The performance assessment of the proposed data gathering scheme with existing distributed clustering scheme K-Conid and our proposed CCP based clustering and data gathering, it can be found Figure 10 that the proposed data gathering approach exhibits higher efficiency than the other approaches.

9. Conclusion

The exponential rise in the communication system demands has motivated academia-industries to develop certain low-cost, energy efficiency and QoS oriented communication systems. Wireless Sensor Network (WSN) has always been the dominating technology serving an array of solutions including civil, defense and industrial monitoring, control and decision purposes. However, enabling QoS delivery, delay sensitive and energy efficient data gathering has been the key domain for researchers. In this paper, the significance of single mobile sink was exploited to perform data gathering in WSN. Considering robustness of centralized clustering paradigm or approach, in this paper an Enhanced Expectation-Maximization model (EEM) based clustering model was developed. Observing the fact that the number of clusters impacts on the energy consumption, a novel optimal cluster count estimation (OCCE) model was developed that intended to ensure minimal energy exhaustion particularly caused due to signaling overheads (data transmission request and re-broadcasting across nodes). Unlike existing approaches, in this paper a relative inter-node distance (distance between sensor nodes and cluster heads, and the distance between sensor nodes and mobile sink) based transmission scheduling model was developed, which enabled the final proposed data gathering protocol to exhibit higher throughput, minimal delay and energy consumption, and higher efficiency than other distributed clustering based approaches and even EEM based clustering with generic transmission mechanism. Since, the movement pattern and decision of the mobile sink towards cluster does have impact on reliable and delay sensitive data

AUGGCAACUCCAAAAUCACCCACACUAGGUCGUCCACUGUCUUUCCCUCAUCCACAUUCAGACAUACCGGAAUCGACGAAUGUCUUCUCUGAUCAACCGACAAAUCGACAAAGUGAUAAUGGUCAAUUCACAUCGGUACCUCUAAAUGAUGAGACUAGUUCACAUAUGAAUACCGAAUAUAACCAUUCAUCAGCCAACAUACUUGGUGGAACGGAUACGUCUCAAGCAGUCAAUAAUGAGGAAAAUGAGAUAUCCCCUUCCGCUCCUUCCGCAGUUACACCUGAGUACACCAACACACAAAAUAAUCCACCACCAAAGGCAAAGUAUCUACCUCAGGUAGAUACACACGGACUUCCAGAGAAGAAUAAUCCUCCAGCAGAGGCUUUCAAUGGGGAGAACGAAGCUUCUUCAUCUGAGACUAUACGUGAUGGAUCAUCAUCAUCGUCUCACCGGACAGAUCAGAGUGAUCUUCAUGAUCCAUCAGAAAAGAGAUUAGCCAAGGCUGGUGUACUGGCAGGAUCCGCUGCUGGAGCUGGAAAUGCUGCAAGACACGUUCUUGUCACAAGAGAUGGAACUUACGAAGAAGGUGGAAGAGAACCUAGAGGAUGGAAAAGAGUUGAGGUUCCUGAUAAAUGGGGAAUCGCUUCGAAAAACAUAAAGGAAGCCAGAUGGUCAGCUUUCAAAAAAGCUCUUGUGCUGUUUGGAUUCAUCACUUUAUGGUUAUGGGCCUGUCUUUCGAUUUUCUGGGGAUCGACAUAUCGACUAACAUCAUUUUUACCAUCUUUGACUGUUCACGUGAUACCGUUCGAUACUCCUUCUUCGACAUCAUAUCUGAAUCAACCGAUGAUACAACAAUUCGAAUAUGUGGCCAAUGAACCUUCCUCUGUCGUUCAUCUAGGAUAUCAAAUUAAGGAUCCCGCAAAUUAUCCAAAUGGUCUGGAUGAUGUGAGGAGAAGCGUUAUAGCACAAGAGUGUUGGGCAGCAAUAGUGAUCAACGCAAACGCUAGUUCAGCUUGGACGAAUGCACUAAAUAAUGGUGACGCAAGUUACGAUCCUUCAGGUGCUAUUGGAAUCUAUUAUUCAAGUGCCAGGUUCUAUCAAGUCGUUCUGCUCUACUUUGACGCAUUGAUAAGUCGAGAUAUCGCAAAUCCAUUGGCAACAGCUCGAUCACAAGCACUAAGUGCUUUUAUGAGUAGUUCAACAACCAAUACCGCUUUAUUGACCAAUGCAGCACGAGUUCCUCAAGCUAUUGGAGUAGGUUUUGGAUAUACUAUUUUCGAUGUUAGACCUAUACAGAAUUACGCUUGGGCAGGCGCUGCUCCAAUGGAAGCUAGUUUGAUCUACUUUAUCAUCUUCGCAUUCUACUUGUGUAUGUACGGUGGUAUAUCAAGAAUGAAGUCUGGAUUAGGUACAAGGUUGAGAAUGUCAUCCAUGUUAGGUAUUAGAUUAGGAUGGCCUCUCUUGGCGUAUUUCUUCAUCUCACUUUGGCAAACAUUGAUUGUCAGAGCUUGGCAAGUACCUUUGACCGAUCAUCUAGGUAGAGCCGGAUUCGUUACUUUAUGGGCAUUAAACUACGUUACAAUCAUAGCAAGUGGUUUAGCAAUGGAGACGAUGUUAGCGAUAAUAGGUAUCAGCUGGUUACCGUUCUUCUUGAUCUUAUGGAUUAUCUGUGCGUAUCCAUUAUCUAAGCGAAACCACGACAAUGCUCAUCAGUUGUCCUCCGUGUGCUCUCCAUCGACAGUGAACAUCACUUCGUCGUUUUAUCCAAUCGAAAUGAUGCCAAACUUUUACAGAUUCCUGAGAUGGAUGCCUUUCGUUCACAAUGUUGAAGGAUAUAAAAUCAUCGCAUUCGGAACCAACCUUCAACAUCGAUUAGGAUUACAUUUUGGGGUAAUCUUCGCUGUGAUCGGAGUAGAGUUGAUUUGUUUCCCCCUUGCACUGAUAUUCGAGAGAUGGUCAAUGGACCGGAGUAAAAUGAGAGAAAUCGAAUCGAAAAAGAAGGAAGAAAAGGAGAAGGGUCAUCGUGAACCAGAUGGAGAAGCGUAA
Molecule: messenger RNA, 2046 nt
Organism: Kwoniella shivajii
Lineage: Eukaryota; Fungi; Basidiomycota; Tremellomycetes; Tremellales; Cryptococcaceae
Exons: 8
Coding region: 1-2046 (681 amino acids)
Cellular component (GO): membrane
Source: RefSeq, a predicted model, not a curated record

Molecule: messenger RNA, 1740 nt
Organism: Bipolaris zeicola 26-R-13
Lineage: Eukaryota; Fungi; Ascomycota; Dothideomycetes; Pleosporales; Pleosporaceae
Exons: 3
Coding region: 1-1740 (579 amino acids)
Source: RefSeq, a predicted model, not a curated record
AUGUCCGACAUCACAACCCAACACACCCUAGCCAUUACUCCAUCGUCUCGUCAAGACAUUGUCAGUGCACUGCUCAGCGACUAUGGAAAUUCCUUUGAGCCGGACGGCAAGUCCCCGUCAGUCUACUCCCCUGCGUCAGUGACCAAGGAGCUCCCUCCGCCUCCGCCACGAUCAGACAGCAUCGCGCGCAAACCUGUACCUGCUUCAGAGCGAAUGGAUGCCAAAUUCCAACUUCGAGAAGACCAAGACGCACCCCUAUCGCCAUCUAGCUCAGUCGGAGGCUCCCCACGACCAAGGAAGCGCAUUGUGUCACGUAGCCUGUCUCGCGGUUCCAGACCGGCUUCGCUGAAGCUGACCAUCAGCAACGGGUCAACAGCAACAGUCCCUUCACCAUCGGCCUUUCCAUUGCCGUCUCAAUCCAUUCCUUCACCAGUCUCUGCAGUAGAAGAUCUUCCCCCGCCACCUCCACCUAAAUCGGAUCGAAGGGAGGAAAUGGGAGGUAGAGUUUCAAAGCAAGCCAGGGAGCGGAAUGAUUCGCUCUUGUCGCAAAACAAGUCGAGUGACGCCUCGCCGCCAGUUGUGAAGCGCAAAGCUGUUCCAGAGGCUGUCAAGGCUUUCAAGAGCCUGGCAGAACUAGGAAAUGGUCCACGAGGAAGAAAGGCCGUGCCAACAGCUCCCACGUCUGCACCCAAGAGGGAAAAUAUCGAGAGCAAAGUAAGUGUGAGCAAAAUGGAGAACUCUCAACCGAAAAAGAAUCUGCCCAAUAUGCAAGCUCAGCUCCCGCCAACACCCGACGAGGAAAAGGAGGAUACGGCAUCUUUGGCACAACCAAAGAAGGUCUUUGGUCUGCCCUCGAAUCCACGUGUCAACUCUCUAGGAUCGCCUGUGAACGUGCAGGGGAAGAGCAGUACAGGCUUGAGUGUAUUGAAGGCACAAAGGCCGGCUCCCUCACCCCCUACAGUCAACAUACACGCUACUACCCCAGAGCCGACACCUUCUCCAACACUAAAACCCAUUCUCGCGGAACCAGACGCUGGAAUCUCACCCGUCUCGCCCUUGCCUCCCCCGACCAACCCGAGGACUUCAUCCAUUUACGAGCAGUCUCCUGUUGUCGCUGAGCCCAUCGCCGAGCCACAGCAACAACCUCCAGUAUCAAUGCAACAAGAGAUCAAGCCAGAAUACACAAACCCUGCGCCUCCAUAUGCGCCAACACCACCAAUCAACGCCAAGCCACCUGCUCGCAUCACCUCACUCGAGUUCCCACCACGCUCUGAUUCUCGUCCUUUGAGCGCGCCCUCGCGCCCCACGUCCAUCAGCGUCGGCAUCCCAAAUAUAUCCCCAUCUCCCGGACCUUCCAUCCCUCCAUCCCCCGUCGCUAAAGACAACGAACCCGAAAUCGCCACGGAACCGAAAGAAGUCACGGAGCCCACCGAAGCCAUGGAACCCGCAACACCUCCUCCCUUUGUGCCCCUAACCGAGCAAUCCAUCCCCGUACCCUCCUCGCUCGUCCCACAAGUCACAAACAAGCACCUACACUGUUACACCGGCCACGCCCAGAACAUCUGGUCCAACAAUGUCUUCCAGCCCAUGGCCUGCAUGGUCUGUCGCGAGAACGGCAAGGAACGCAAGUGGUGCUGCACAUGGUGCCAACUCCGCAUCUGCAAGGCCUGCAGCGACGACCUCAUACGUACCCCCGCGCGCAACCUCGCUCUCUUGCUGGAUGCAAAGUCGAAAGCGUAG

Figure 10. Network communication efficiency.

gathering. In this paper, the sink movement was considered as travelling salesman problem. In future network condition aware scheduling can be done to reduce unwanted patrolling across network or to reduce data drop at a cluster due to unavailability of mobile sink.

Cite this paper

Jawaligi, S. and Biradar, G. (2017) Single Mobile Sink Based Energy Efficiency and Fast Data Gathering Protocol for Wireless Sensor Networks. Wireless Sensor Network, 9, 117-144. doi: 10.4236/wsn.2017.94007.